The cheating scandal that engulfed schools in Atlanta, Georgia, was finally settled last year with criminal convictions for many involved and some teachers even being sent to prison. While the episode – dating back to 2001 – isn’t the only example of cheating as a result of Federally mandated testing, it is certainly the biggest. At least, it is the biggest to be uncovered so far.
What we don’t know is how much cheating has gone on since the Federal government started mandating high-stakes tests during the Clinton administration. The federal mandates, which continue to morph, have given schools and students an elaborate game to play, and when any system resembles a game, it’s safe to say that some will game it.
Pressure to cheat
The people in Atlanta got caught because they had erasing parties where they changed answers. What they apparently didn’t know was that modern scanners can pick up erasure marks and report the percentage that go from incorrect to correct.
If other schools have followed a similar path, they have been much more selective about how they erase. By focusing on the kids who are on the border of passing or failing, only changing a few answers or the easiest questions the student got wrong, schools are much less likely to arouse suspicions.
Given the pressure on schools to deliver good test results, I don’t doubt these are the kinds of calculations that teachers are making. Teachers – whether they go through with it or not – are now operating in a system where it is inevitable that a many will consider cheating as a means of survival.
And it is not just erasing incorrect answers. There a whole host of others ways to cheat the system that teachers will increasingly get drawn to.
Gaming the system
Although some states, such as New York, are removing time constraints for tests many others still have them.
In most schools these tests take place behind closed doors with “Do Not Disturbed” signs. Tell me there are not teachers who let the timeframe slide as no one will know.
(In my view all tests should be timeless. In the real world it isn’t unusual for people stay late to get a job done rather than telling the boss that it didn’t get done on time.)
Teachers can also place marginal students next to top students and not aggressively invigilate, hoping that the tendency for some students to cheat will take over.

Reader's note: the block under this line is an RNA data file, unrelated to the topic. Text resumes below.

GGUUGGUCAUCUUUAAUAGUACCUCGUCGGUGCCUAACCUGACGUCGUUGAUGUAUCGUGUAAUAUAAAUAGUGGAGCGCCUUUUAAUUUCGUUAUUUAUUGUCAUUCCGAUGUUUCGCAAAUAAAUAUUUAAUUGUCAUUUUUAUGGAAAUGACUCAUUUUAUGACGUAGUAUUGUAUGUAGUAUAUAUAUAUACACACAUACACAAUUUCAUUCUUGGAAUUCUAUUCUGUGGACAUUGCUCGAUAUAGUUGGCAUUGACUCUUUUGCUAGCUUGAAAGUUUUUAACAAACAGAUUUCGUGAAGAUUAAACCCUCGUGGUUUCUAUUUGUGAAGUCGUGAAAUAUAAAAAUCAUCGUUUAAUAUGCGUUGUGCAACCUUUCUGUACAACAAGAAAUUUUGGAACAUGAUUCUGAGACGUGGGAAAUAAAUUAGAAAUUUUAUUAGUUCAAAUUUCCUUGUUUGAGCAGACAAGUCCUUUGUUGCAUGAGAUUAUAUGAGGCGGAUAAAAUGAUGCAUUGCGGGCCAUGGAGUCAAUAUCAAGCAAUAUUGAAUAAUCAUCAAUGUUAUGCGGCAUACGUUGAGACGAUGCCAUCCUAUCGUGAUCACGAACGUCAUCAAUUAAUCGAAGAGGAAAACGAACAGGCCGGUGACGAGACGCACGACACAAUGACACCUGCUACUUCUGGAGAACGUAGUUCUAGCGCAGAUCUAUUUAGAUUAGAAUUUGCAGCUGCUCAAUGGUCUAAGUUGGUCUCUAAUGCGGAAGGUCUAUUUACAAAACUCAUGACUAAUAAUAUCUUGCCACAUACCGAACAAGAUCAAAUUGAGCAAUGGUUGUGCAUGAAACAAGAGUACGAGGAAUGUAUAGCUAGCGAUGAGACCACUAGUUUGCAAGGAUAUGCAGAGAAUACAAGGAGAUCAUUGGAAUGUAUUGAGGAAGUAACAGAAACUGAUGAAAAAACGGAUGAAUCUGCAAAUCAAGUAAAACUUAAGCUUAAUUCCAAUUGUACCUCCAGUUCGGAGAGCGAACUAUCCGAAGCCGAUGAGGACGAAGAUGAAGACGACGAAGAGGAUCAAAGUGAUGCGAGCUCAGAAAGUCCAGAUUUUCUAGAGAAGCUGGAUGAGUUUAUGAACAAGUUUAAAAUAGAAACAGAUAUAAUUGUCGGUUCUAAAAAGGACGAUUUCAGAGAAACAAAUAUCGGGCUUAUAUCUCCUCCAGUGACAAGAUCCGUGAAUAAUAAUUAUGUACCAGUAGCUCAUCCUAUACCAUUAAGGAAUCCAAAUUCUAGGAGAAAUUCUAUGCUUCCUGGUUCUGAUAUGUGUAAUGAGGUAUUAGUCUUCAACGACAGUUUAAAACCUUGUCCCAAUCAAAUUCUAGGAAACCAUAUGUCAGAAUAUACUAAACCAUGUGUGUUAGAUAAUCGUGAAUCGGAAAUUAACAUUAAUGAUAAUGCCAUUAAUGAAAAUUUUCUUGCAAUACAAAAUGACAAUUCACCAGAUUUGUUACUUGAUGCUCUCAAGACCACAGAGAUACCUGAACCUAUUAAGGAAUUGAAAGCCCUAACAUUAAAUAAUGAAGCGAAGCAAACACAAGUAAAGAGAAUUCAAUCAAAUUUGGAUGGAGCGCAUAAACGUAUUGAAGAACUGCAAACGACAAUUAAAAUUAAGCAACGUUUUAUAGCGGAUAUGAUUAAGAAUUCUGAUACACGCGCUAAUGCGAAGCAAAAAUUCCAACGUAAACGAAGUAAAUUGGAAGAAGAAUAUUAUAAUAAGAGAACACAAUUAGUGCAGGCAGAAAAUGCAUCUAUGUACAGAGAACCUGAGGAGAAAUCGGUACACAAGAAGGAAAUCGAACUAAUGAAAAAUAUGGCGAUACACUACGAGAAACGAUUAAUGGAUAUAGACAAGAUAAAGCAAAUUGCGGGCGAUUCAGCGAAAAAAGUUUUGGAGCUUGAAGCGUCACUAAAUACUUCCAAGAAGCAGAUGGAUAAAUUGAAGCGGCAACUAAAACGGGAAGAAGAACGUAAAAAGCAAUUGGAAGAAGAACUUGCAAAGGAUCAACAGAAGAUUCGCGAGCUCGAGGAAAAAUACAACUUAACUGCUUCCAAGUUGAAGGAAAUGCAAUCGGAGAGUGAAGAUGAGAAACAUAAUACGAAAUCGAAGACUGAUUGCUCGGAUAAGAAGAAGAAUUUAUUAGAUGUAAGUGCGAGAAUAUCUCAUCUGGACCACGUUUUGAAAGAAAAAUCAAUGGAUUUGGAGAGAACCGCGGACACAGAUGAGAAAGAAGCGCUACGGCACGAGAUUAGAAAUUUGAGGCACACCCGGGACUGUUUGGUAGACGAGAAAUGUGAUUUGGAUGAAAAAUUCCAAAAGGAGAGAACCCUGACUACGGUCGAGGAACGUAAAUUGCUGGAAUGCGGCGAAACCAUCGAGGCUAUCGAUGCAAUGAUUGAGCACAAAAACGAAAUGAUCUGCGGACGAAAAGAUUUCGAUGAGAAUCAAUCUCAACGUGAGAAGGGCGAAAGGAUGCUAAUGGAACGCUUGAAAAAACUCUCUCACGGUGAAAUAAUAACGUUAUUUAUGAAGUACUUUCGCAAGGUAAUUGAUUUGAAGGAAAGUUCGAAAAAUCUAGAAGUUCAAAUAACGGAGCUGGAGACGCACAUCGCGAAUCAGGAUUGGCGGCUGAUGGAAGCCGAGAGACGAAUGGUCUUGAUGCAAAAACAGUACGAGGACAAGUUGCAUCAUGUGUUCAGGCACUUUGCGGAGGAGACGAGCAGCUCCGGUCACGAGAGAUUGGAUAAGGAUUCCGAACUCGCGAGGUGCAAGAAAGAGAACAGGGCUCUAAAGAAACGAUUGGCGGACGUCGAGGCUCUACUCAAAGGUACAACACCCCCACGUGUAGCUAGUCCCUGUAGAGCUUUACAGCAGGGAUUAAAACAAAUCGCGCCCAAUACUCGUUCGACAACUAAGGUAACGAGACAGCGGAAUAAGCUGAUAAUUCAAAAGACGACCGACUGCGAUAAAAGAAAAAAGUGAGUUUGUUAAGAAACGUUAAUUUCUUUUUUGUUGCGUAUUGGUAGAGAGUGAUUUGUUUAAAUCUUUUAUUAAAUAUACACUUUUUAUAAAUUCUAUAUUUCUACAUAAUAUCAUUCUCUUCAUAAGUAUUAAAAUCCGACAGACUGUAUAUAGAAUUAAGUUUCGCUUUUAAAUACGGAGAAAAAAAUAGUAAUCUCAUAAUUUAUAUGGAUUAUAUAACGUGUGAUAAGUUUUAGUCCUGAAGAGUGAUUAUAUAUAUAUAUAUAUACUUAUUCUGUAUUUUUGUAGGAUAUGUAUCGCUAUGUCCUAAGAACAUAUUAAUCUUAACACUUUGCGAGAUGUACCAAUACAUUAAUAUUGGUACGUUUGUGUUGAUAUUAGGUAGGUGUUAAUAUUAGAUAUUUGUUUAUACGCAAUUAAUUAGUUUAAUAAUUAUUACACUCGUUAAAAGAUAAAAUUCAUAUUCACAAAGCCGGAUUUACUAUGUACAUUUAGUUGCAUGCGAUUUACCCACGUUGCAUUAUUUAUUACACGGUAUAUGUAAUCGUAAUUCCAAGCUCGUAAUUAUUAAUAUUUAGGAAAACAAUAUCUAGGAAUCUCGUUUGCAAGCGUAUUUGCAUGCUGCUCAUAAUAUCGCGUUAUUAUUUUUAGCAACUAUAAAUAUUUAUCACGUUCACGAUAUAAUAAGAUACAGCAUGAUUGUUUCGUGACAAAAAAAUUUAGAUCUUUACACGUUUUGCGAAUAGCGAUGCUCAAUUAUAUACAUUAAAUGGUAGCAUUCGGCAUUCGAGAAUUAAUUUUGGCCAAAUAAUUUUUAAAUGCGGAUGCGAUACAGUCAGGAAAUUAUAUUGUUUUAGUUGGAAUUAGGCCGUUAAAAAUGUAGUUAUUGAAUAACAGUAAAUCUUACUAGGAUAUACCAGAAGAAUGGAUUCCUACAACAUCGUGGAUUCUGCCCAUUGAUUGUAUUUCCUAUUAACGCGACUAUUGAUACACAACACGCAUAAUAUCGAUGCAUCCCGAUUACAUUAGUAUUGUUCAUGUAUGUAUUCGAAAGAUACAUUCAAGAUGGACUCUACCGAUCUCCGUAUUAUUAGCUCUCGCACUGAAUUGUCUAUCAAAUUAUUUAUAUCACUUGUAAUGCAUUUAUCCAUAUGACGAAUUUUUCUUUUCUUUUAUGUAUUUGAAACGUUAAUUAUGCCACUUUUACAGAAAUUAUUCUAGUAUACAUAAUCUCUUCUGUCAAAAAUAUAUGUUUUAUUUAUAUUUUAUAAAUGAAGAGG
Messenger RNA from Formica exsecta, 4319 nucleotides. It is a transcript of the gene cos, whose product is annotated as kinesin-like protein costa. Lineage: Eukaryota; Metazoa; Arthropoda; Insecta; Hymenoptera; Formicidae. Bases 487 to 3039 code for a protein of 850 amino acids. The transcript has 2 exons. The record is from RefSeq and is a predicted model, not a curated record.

A focus of the government on these tests is improvement from one year to the next. This may sound like a good idea, but for teachers who have many high-performing students, it’s difficult to improve if scores are already near the top. If you have kids who did poorly last year, there is lots of room for improvement.
In short, it’s easier to improve if you suck, which provides an incentive for teachers to artificially depress scores one year so they look good the next.
Once the tests are given, there are sections that have to be graded by teachers. While teachers can’t grade their own students’ tests, than can give the benefit of the doubt on the tests they do grade, and many do.
What should teachers do?
If I were still principal, I would tell the teachers to create interesting, engaging lessons that get the students excited about learning, and don't even think about the tests until just before they are given.
Lessons should help students internalize important knowledge and use it along with new knowledge to solve problems and be creative. At least three times a day make sure students get out of their seats and move around. Take them for a walk, do some stairs, and throw in some other exercises.
One week prior to the tests, tell the students that it's time to get ready for the "testing game." Teach them how to game multiple choice questions along with any other testing tricks you have learned. Tell them it doesn't matter how well they do and to do their best. No matter what happens, tell them you still love them.
Remember, the first and most important thing a teacher does is develop a strong relationship with each individual student.
As for the above information about how cheating takes place, I wouldn’t do anything other than giving students a little extra time to finish. There are no tests in the real world, only work to be done, and I’m sure most bosses don’t mind if you call a friend, poll the audience, or ask an expert.
So, teachers, operate within the rules. But also do all you can to point out the flaws in a system that must be changed for the good of children and society.
Douglas Green is a former school principal, administrator and university lecturer, who runs the www.drdrouggreen.com website and can be found tweeting at @drdouggreen
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